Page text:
An Alarming Discovery About Crevasses

Let’s go back to the Doomsday Glacier’s issue: despite melting more slowly than anticipated, the glacier is nonetheless getting smaller over time. In connection with that, the team found—good news and bad news—that the underwater landscape of this glacier was significantly more topographically rich than they had anticipated, thanks to Icefin’s assistance. These scientists discovered a world of terraces that they claim resemble staircases in place of what they had expected to be a topography akin to the areas of glaciers that are above water. Additionally, they discovered crevasses, which are slender gorges that extend as deep as the ice shelf itself where it has fractured.

Additionally, the Thwaites Collaboration discovered that it was in these crevasses where the Doomsday Glacier was melting the fastest. Warmer and saltier water found its way down into the glacier’s core through these enormous fissures, which served as natural funnels. Here, it can quicken the melting rate even further, creating a deeper chasm at Thwaites’ weakest possible weak points. According to the scientists researching Thwaites, this process is most likely what will cause the ice shelf that is shielding the glacier to completely collapse.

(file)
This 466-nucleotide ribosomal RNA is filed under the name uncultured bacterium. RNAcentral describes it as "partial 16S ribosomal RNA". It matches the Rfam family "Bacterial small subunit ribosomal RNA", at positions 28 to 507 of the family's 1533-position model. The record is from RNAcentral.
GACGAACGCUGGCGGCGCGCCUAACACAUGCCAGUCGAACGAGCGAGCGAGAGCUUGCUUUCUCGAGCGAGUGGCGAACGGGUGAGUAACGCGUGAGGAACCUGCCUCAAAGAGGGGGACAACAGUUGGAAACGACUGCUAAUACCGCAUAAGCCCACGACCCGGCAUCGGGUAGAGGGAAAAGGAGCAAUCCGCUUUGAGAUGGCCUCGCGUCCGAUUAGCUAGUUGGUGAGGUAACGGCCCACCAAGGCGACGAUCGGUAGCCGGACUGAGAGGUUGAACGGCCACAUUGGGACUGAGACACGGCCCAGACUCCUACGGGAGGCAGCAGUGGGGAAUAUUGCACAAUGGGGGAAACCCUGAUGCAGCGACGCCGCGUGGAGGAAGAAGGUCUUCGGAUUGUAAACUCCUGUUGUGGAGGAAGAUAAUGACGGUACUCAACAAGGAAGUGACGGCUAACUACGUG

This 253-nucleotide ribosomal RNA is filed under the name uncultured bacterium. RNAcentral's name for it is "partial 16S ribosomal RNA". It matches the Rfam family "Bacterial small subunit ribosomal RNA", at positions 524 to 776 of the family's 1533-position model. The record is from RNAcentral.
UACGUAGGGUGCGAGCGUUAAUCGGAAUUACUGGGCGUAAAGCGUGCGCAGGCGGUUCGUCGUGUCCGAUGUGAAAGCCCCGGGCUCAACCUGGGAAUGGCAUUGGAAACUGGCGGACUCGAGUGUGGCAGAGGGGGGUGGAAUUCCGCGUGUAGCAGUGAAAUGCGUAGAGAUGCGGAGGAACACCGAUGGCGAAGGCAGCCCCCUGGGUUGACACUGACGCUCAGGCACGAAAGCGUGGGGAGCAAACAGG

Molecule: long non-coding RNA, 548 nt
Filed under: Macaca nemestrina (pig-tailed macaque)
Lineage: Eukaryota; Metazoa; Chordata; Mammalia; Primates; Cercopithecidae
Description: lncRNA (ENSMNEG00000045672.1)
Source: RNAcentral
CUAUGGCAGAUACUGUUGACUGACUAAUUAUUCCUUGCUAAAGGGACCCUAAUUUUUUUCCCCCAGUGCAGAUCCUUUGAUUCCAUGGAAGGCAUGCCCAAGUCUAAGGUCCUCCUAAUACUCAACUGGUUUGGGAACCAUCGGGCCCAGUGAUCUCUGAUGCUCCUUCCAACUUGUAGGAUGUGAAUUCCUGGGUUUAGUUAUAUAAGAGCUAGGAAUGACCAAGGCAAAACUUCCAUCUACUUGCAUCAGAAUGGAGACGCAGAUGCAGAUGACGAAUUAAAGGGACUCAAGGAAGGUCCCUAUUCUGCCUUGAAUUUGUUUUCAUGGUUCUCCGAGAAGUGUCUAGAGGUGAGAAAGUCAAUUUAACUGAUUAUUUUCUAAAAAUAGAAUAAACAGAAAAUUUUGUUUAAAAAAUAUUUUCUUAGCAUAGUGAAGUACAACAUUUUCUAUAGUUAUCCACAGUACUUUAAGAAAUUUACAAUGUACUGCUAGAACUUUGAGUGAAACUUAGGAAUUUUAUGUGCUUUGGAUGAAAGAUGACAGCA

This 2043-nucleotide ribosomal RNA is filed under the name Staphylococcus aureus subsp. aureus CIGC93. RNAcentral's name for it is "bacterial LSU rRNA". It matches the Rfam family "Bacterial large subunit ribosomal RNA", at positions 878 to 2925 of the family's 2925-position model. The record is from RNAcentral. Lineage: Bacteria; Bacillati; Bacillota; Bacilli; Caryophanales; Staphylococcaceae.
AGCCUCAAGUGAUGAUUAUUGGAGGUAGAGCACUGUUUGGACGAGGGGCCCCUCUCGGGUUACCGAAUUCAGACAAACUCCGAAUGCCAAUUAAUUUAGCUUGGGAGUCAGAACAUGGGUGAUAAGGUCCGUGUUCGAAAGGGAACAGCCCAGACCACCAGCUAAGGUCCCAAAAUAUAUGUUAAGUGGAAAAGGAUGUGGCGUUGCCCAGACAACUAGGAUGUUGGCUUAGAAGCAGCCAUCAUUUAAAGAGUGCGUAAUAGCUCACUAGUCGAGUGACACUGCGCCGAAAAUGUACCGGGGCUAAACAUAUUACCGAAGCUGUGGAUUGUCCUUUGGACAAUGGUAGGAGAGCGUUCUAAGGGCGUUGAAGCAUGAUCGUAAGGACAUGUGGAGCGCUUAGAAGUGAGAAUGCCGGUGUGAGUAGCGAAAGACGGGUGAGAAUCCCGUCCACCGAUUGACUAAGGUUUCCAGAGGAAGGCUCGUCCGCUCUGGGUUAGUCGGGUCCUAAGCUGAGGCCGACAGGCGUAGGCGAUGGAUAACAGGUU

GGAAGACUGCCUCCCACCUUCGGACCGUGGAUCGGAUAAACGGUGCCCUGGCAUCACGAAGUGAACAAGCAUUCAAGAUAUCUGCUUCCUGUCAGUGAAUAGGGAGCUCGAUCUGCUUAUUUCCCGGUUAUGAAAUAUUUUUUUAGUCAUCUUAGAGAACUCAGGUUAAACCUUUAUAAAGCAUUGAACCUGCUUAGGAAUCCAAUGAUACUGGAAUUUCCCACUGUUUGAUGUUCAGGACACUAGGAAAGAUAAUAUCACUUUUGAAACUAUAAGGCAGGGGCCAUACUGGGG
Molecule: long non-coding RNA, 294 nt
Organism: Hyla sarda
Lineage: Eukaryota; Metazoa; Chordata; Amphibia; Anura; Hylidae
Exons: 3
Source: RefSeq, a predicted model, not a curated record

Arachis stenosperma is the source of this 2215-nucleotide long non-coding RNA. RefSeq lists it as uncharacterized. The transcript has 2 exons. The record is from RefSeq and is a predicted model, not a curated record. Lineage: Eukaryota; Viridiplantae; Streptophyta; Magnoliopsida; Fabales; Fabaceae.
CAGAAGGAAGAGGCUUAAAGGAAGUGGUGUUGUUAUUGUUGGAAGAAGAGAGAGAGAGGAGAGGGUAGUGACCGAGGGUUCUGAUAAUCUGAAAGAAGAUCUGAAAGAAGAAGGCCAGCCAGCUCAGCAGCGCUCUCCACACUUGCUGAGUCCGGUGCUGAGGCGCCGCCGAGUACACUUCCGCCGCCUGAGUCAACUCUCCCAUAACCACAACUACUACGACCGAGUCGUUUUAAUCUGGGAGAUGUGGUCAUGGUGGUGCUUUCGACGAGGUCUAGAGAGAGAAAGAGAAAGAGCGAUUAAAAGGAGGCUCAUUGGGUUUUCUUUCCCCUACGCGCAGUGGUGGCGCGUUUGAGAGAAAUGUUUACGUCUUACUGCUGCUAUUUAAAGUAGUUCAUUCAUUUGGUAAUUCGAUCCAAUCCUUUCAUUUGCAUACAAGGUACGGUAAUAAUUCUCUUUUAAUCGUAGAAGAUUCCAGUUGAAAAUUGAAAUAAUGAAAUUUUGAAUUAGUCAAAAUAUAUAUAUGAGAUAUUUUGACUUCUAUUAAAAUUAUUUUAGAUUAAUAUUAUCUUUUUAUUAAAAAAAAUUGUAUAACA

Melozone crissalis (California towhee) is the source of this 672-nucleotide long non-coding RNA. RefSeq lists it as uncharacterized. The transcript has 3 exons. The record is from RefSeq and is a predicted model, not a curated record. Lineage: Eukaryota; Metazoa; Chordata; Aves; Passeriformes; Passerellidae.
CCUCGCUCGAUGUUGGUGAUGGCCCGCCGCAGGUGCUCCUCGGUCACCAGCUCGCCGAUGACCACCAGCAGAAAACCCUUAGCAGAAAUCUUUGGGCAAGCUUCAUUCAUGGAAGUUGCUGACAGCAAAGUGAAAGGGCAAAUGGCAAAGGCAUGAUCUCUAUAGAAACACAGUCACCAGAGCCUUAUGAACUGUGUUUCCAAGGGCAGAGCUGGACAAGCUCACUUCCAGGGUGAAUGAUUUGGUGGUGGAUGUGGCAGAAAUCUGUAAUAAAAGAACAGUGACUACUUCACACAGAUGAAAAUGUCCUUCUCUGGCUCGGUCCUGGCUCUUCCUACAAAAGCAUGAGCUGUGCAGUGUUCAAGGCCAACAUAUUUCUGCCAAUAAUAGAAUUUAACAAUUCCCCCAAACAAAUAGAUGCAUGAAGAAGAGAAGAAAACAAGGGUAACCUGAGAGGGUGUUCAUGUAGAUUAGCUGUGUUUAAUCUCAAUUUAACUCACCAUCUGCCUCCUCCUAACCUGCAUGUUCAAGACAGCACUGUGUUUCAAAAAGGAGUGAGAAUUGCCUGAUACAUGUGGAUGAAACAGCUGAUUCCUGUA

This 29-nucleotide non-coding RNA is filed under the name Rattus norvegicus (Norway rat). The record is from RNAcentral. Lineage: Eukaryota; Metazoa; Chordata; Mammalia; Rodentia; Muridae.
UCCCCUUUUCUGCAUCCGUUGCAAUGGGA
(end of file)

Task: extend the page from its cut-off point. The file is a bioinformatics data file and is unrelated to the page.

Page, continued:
How Science and Awareness Can Mitigate “Doomsday”

It is important to note that these discoveries were revolutionary. We now know more about the Doomsday Glacier’s precise melting locations, rate of change, and eventual shape of its demise than we did before thanks to the Thwaites Collaboration. Although this is somewhat depressing task, the information is nonetheless beneficial to us.

It is concerning because this is merely the most recent study showing how quickly the Thwaites Glacier is disappearing. The Thwaites Collaboration and a 2021 research came to the same conclusion, stating that the ice shelf at Thwaites would break within the next five years, which was two years ago.

The only silver lining is that the future is still blank, and the more people are aware of the catastrophic effects that the melting of the Doomsday Glacier will cause, the more likely it is that they will demand that their leaders take global boiling seriously and act quickly to combat it. A plan for dealing with the Thwaites Glacier’s collapse would ultimately preserve lives and property in coastal communities all over the world, even though the glacier may not be able to be saved.